Ask the Muslim, “What are the changes in the Bible, and when were they introduced?” He will not be able to answer, because the text has been meticulously preserved.

Point out that the Prophet of Christianity (Jesus) is unique in that He was a loving and sinless Savior (in suras 40:55 and 48:1-2, the Quran teaches that Muhammad was a sinner). Muslims say that Christ did not die on the cross, so they need to be shown that Jesus was qualified to die sacrificially and capable of rising from the dead.  Emphasize that Christians have an intimate, personal relationship with Jesus and have great joy in knowing that they are secure in Christ (see John 10:28-29).

Make a positive case for Christianity. Explain that Christians agree there is only one God (Deuteronomy 6:4; Isaiah 43:10-11). We who espouse the Trinity do not believe in three Gods. Gently remind Muslims that where one stands with God is the most important issue of life—more important than culture, family background, or social customs.

Sharing Jesus with U.S. Muslims is a continual reminder of the uniqueness and power of the gospel message. It is important to remain friendly and humble, and to avoid an air of superiority at all cost. The most important steps in evangelism
among Muslims, however, are pray, pray, pray!


Question 9:  What is the discussion over “intelligent design” all about?

Intelligent design (sometimes called “design theory” or “ID”) is a position regarding life’s origins. To be clear, ID is not an argument for the Bible or for the gospel of Jesus Christ, specifically. Educator and author William Dembski said, “This is a very modest, minimalist position. It doesn’t speculate about a creator or his intentions.”1 But ID is an admission of the obvious: The complexities of this world are best explained and understood in terms of intelligent causes, and the
empirical evidence supports this conclusion.

In his book No Free Lunch: Why Specified Complexity Cannot Be Purchased Without Intelligence, Dembski observes, “The evidence for Darwinism was never any good—even in Darwin’s day. But with advances in contemporary science, Darwinism becomes utterly unsupportable.”  Living organisms are composed of functioning parts that work in well-ordered ways. The absence of even one part would render the entire creature or organ inoperable.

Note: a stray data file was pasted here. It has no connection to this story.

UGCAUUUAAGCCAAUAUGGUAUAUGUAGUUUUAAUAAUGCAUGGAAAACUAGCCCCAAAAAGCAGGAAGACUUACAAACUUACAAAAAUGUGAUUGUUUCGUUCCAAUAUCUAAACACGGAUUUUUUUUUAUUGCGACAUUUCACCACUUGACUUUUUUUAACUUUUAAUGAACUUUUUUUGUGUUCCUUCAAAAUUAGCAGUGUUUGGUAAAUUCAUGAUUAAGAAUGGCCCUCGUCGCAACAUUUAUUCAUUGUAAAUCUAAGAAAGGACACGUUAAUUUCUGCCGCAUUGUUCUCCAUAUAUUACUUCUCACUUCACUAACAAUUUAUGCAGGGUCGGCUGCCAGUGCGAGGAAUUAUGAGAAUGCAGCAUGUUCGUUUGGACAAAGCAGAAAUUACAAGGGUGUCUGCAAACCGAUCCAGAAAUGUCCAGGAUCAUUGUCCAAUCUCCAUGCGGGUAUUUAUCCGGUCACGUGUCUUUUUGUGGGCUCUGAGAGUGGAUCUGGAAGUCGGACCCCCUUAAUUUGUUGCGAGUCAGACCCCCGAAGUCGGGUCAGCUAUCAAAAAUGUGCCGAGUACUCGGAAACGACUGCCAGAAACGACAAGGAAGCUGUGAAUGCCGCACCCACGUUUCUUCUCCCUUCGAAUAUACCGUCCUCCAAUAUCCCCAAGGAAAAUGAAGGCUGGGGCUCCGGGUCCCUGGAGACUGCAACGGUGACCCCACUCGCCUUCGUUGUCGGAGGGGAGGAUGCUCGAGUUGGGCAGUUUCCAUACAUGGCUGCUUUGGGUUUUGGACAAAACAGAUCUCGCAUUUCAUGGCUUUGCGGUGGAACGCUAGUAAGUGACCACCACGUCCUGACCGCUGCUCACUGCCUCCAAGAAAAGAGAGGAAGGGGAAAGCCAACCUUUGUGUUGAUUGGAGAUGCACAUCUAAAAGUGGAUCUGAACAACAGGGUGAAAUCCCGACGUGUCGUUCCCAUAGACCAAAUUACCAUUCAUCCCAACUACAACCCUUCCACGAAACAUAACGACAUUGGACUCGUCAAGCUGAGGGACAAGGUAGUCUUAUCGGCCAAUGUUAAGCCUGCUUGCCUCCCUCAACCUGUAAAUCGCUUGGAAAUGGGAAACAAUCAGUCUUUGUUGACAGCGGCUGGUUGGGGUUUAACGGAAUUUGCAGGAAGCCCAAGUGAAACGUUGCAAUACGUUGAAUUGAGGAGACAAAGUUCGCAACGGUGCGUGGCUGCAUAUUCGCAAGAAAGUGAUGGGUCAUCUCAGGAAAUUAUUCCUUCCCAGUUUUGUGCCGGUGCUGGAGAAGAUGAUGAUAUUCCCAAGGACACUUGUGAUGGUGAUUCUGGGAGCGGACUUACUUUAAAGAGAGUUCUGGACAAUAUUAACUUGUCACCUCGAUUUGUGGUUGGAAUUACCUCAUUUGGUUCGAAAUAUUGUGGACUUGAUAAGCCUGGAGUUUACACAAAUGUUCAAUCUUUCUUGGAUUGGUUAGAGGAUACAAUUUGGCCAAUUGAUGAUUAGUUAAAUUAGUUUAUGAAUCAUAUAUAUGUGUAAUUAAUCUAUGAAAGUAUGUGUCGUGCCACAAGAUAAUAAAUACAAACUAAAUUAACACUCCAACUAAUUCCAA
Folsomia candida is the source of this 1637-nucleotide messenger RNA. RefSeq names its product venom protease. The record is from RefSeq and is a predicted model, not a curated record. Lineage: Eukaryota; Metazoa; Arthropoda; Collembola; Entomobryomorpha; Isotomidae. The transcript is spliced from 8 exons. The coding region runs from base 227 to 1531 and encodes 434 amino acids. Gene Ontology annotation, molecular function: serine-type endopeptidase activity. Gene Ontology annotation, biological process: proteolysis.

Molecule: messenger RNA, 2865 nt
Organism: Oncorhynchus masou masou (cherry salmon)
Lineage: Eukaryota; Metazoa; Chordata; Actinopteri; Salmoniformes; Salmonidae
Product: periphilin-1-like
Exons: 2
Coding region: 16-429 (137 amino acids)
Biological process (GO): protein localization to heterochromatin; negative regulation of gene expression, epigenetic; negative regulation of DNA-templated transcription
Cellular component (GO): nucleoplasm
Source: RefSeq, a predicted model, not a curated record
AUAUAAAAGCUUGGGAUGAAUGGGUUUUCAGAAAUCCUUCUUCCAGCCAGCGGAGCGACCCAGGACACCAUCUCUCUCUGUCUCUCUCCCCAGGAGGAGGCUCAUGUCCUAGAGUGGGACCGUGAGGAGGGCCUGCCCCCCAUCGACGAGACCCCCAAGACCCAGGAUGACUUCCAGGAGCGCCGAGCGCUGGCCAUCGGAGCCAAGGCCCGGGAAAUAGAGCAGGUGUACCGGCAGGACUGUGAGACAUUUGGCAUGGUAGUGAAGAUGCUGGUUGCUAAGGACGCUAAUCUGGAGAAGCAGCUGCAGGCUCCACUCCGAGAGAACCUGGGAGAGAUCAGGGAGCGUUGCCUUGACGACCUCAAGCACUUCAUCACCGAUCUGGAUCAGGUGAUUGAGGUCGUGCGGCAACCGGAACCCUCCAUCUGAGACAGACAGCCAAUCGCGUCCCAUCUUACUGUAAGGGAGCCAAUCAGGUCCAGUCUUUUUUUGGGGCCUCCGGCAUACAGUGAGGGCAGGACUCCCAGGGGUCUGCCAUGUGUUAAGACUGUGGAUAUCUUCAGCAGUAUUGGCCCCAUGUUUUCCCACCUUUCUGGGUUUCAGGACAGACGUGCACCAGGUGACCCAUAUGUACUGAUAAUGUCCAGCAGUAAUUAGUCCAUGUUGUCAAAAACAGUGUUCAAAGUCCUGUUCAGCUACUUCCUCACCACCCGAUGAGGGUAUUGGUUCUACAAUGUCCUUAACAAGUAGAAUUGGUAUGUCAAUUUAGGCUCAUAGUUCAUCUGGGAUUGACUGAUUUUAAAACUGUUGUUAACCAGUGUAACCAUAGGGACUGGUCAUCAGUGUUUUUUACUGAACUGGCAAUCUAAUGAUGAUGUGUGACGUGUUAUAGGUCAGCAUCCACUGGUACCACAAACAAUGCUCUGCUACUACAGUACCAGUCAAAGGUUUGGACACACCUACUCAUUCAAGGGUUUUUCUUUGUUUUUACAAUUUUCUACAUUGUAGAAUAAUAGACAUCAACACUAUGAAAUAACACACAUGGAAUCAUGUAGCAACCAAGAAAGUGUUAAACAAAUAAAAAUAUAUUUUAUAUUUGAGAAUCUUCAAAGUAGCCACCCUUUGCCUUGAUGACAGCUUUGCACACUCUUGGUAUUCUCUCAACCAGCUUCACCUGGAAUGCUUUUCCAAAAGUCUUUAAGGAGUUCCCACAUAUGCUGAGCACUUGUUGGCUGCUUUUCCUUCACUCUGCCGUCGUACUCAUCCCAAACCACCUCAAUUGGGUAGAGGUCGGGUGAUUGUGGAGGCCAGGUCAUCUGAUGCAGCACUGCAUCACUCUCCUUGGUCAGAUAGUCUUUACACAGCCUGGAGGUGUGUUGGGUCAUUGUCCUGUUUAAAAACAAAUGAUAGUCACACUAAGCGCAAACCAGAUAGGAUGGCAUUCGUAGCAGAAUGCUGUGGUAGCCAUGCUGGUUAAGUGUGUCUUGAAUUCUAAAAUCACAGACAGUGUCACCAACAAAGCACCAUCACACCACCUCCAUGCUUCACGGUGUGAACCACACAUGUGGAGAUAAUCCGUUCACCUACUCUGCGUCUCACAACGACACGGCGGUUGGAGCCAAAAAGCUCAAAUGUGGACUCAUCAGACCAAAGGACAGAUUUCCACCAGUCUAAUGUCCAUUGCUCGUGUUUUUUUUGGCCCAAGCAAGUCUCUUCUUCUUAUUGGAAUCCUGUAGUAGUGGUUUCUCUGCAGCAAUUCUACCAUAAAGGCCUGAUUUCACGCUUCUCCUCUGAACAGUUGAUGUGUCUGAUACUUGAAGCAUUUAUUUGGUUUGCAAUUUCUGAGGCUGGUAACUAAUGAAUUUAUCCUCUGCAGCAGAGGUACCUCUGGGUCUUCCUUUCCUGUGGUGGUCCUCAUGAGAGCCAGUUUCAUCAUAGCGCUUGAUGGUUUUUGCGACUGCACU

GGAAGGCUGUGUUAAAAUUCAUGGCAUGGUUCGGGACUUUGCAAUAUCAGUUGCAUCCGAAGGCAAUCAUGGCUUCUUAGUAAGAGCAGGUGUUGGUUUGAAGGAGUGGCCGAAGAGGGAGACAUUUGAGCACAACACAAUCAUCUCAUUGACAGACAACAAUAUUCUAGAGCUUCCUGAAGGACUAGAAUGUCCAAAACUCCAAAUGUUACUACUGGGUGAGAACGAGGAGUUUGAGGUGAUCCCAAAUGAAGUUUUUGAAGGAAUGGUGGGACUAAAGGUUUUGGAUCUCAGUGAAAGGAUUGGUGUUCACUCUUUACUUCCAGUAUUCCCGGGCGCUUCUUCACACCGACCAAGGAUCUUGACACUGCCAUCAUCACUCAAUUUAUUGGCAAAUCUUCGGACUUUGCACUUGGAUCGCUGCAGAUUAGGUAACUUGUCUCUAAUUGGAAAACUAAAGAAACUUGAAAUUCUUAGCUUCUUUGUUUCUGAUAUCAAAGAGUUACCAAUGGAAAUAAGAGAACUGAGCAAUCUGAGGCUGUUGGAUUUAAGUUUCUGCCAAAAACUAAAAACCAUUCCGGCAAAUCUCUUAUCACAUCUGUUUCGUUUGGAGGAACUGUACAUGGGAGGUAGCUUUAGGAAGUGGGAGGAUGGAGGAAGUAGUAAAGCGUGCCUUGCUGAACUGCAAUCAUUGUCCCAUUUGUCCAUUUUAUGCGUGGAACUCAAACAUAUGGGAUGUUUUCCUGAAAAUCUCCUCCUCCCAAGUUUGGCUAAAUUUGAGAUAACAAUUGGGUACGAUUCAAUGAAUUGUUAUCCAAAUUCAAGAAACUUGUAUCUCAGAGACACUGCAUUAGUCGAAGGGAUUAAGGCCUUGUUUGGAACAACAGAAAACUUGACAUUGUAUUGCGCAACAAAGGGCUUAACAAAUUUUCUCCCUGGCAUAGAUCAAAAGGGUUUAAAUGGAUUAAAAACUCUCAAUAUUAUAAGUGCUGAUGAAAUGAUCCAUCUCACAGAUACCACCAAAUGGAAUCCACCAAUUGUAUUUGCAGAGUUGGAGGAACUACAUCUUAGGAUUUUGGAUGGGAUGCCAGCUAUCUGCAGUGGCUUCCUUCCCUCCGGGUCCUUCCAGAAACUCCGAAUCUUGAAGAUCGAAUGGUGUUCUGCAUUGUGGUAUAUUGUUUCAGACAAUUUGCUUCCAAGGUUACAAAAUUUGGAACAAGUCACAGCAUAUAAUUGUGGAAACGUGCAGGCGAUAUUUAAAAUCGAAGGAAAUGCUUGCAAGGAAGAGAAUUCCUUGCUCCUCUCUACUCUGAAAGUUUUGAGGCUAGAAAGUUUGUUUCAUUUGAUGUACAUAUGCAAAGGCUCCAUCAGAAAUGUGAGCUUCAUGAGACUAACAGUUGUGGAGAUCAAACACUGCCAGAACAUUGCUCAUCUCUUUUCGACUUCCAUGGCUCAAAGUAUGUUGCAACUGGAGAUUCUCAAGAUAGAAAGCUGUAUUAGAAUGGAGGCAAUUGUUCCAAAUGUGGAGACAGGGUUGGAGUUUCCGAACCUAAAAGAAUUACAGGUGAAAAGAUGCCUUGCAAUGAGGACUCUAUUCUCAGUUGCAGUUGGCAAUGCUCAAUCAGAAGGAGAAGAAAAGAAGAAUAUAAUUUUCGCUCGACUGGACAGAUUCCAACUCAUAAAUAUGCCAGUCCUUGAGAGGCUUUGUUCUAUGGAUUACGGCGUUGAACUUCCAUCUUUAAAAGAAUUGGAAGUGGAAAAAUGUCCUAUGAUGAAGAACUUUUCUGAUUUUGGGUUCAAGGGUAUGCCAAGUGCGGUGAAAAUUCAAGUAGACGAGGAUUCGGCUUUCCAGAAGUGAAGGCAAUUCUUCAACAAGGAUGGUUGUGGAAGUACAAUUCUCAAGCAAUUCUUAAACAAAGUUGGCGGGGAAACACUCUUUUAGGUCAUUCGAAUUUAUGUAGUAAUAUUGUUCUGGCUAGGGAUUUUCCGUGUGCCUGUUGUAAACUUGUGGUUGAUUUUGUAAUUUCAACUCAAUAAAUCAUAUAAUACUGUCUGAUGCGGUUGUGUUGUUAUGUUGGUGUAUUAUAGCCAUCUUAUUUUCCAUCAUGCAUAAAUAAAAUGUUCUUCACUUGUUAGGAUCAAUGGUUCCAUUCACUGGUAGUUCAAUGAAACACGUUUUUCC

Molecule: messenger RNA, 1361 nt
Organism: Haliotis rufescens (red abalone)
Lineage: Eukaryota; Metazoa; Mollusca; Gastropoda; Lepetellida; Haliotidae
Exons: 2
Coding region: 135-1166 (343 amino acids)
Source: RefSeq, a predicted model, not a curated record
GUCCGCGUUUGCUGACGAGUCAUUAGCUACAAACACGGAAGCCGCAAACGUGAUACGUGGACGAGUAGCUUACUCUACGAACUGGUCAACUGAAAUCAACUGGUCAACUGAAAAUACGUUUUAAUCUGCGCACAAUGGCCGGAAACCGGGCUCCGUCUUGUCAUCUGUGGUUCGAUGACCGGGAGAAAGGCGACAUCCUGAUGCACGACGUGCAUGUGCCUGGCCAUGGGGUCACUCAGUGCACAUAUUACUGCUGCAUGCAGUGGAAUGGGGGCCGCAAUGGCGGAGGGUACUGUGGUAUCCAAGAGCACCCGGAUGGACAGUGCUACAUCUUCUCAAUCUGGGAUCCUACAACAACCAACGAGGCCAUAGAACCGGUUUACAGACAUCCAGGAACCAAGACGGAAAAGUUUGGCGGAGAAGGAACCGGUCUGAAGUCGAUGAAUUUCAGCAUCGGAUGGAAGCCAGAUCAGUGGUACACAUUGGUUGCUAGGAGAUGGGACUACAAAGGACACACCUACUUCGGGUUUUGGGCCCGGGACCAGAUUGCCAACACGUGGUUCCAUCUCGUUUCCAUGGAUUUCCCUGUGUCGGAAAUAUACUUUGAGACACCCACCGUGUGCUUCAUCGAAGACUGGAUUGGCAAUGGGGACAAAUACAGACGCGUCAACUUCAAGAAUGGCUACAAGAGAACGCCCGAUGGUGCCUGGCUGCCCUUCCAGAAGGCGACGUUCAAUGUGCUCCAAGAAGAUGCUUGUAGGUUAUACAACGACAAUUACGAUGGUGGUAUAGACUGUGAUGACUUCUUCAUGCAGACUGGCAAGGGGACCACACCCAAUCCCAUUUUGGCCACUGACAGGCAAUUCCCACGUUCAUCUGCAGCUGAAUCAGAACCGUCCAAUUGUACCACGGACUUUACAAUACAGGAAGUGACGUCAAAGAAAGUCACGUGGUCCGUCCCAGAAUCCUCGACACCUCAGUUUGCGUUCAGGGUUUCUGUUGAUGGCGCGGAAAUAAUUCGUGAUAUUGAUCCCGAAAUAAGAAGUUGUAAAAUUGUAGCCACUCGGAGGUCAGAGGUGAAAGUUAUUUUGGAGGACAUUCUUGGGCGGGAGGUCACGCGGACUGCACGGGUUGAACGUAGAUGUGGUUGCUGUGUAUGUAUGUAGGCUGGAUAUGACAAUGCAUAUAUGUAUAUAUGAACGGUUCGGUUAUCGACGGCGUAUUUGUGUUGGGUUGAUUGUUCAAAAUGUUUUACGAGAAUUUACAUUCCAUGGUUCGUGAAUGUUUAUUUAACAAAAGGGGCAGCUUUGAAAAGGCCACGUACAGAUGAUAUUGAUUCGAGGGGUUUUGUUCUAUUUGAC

Wrap your mind around this: An individual cell, made up of 10 quadrillion atoms, is more complex than a giant factory. It possesses and manages more information than is contained in a full set of Encyclopaedia Britannica. Consider also that there are 34 trillion copies of your own DNA—an information “recipe” for you—encoded, arranged, and stored by means of four characters. Observing a cell’s ability to collect, arrange, and collate data (all functions requiring intelligence), one scientist noted, “What remains overwhelmingly impressive is that a single cell can do more than our most powerful supercomputers.”

NASA astronomer John O’Keefe said, “If the Universe had not been made with the most exacting precision we could never have come into existence. It is my view that these circumstances indicate the Universe was created for man to live in.” Renowned Cambridge scientist Fred Hoyle famously compared the likelihood of even one biological molecule forming via chance to filling the entire solar system with blind men, each handling a Rubik’s Cube, and all accidentally solving the puzzle at the same time. In other words, it’s impossible—apart from intelligent intervention.

By comparison, believing that life somehow evolved from the primordial slime is a huge leap of faith. In the Annual Review of Ecology and Systematics, N. A. Takahata stated, “We have no direct access to the processes of evolution, so objective reconstruction of the vanished past can be achieved only by creative imagination.” A paleontologist who searched in vain for transitional life forms told U.S News & World Report, “If we can’t find the fossils, sometimes you have to think that they just weren’t there.”